Our historical dissonance in an undercurrent regional discord.

This post is a deviation from the light stuff I’ve been posting lately, so if history is not your thing, turn away.

Anyone remembers this video? At the height of Shingeki no Kyojin’s popularity outside Japan, a brilliant team from South Korea uploaded this edit of SHINHWA’s “This Love” in July. Under Youtube username “serin jung”, every member was painstakingly replaced with Isayama Hajime’s men. The final product was slightly flabbergasting at first (and I realize that may be an oxymoronic expression), but a few more views and it was fairly easy to get used to (not to mention there are other more interesting scenarios where we find SnK characters in), and even I began to appreciate this 2-minute video. 
Well, I recently revisited this video again, and an October update from the team announced that they decided not to upload the full-length version of this video. A series of unfortunate events concerning tweets by Isayama himself about the South Koreans has led to many fans turning their backs on the series completely. 
While I’ve only just picked this up six months after Isayama received his first batch of death threats, I am not surprised. Having tracked the news about East Asia dynamics myself, calling the relations between Japan, China and South Korea a walk on a very fine line is an understatement, and anyone who has access to their early 20th Century war history should easily see why. All of us in Asia have borne the brunt of Japan’s army invasions at some point, but Japan’s neighbors reportedly had it the worst, with brutal militaristic efforts to eliminate culture, enslave women, murder children, brutalize men, and turn their countries into a fiery, living nightmare. This ugly black history has been embedded into our brains for the longest time, and no matter how much anime and JPOP gets pumped out, we are constantly reminded of it so that this may never be repeated. But with the way things are right now – including China’s recent spats with Japan about a seemingly negligible patch of tiny islands, and the former’s announcement of an Air Defense Identification Zone – it feels like old wounds are opening up again.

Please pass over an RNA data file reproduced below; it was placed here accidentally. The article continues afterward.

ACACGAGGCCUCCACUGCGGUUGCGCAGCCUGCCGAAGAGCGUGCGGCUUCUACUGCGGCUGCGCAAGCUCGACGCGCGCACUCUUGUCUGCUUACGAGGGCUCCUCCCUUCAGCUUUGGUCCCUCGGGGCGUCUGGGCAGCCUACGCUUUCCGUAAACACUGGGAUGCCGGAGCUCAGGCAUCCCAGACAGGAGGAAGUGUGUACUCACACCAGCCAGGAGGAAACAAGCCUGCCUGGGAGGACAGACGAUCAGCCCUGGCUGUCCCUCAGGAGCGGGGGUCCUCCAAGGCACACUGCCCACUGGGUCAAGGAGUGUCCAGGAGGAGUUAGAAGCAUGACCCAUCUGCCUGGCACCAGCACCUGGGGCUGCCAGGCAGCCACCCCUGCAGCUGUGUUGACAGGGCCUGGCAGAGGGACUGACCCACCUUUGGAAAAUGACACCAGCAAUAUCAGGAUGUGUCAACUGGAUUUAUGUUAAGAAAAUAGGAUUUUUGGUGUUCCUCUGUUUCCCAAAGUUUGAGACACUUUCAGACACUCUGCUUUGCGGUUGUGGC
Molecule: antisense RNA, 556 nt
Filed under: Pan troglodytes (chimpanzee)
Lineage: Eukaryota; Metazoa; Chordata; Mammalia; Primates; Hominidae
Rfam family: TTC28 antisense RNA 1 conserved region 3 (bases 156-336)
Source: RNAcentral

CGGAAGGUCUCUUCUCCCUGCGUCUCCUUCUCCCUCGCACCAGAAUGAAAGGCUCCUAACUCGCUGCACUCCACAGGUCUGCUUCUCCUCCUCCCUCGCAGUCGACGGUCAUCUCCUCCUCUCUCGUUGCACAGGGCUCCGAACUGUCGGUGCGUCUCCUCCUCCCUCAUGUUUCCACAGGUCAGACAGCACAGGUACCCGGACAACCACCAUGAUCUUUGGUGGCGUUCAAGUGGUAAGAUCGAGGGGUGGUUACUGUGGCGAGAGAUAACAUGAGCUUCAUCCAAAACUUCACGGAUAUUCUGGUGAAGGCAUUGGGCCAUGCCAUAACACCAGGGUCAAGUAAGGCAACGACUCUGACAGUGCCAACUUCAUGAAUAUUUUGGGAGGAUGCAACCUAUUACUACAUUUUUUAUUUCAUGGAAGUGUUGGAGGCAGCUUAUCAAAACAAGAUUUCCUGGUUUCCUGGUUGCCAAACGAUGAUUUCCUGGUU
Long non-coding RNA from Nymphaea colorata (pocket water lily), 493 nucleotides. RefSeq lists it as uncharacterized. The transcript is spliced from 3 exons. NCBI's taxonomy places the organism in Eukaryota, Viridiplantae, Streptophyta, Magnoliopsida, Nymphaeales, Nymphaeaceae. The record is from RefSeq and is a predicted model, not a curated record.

The first controversy was around Isayama’s choice for designing his character, Commander Dot Pixis (who leads the Garrison Squad), after real-life General Akiyama Yoshifuru (秋山好古) of the Japanese Imperial Army. According to Wikipedia, this man is considered “the father of modern Japanese cavalry”, having led wars in Russia and China, and held war posts in Korea between the 19th and 20th Centuries. The news, which was apparently supposed to be a private tweet in June, became public through retweets, and was subsequently the subject of the first wave of backlash against the manga artist. 
One would think that his reply would be smarter (and less stinging). Instead, Isayama wrote a second related tweet (and reportedly, his blog too), which apparently read, “I believe that categorizing the Japanese soldiers who were in Korea before Korea was a country(??) as ‘Nazis’ is quite crude. Also, I do not believe that the people whose populations were increased twofold by Japan’s unification(??) of the country can be compared to people who experienced the Holocaust. This type of miscategorization is the source of misunderstanding and discrimination.”